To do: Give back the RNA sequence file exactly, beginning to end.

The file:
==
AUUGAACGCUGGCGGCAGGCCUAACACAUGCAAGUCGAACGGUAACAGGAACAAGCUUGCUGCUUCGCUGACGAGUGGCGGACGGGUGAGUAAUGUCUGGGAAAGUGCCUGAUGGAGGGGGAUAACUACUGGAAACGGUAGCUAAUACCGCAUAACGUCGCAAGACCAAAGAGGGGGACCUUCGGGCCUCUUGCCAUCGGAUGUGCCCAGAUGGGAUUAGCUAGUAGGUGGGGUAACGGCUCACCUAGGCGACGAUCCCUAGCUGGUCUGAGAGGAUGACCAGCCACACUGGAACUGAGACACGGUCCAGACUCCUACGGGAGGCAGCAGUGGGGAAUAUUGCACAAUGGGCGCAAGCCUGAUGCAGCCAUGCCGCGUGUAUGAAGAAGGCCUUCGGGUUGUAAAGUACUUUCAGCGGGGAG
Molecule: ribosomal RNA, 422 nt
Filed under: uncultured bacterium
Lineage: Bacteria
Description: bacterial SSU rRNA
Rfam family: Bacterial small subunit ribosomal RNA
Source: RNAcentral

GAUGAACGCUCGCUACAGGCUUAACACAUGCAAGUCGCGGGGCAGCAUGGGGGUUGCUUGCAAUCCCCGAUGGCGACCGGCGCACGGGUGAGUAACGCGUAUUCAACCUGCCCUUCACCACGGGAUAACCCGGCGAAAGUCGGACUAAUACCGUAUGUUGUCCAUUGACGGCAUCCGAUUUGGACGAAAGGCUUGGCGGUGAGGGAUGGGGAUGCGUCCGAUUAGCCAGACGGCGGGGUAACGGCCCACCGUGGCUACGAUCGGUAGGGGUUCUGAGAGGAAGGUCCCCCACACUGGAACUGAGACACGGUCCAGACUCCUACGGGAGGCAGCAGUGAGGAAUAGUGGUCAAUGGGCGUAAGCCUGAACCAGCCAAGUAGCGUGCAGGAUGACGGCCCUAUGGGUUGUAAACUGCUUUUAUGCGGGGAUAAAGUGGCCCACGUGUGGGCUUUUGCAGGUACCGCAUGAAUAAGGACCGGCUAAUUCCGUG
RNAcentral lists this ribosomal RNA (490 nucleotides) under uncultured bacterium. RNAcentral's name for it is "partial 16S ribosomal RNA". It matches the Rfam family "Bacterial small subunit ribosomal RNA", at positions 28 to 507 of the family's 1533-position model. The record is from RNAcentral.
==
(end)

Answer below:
AUUGAACGCUGGCGGCAGGCCUAACACAUGCAAGUCGAACGGUAACAGGAACAAGCUUGCUGCUUCGCUGACGAGUGGCGGACGGGUGAGUAAUGUCUGGGAAAGUGCCUGAUGGAGGGGGAUAACUACUGGAAACGGUAGCUAAUACCGCAUAACGUCGCAAGACCAAAGAGGGGGACCUUCGGGCCUCUUGCCAUCGGAUGUGCCCAGAUGGGAUUAGCUAGUAGGUGGGGUAACGGCUCACCUAGGCGACGAUCCCUAGCUGGUCUGAGAGGAUGACCAGCCACACUGGAACUGAGACACGGUCCAGACUCCUACGGGAGGCAGCAGUGGGGAAUAUUGCACAAUGGGCGCAAGCCUGAUGCAGCCAUGCCGCGUGUAUGAAGAAGGCCUUCGGGUUGUAAAGUACUUUCAGCGGGGAG
Molecule: ribosomal RNA, 422 nt
Filed under: uncultured bacterium
Lineage: Bacteria
Description: bacterial SSU rRNA
Rfam family: Bacterial small subunit ribosomal RNA
Source: RNAcentral

GAUGAACGCUCGCUACAGGCUUAACACAUGCAAGUCGCGGGGCAGCAUGGGGGUUGCUUGCAAUCCCCGAUGGCGACCGGCGCACGGGUGAGUAACGCGUAUUCAACCUGCCCUUCACCACGGGAUAACCCGGCGAAAGUCGGACUAAUACCGUAUGUUGUCCAUUGACGGCAUCCGAUUUGGACGAAAGGCUUGGCGGUGAGGGAUGGGGAUGCGUCCGAUUAGCCAGACGGCGGGGUAACGGCCCACCGUGGCUACGAUCGGUAGGGGUUCUGAGAGGAAGGUCCCCCACACUGGAACUGAGACACGGUCCAGACUCCUACGGGAGGCAGCAGUGAGGAAUAGUGGUCAAUGGGCGUAAGCCUGAACCAGCCAAGUAGCGUGCAGGAUGACGGCCCUAUGGGUUGUAAACUGCUUUUAUGCGGGGAUAAAGUGGCCCACGUGUGGGCUUUUGCAGGUACCGCAUGAAUAAGGACCGGCUAAUUCCGUG
RNAcentral lists this ribosomal RNA (490 nucleotides) under uncultured bacterium. RNAcentral's name for it is "partial 16S ribosomal RNA". It matches the Rfam family "Bacterial small subunit ribosomal RNA", at positions 28 to 507 of the family's 1533-position model. The record is from RNAcentral.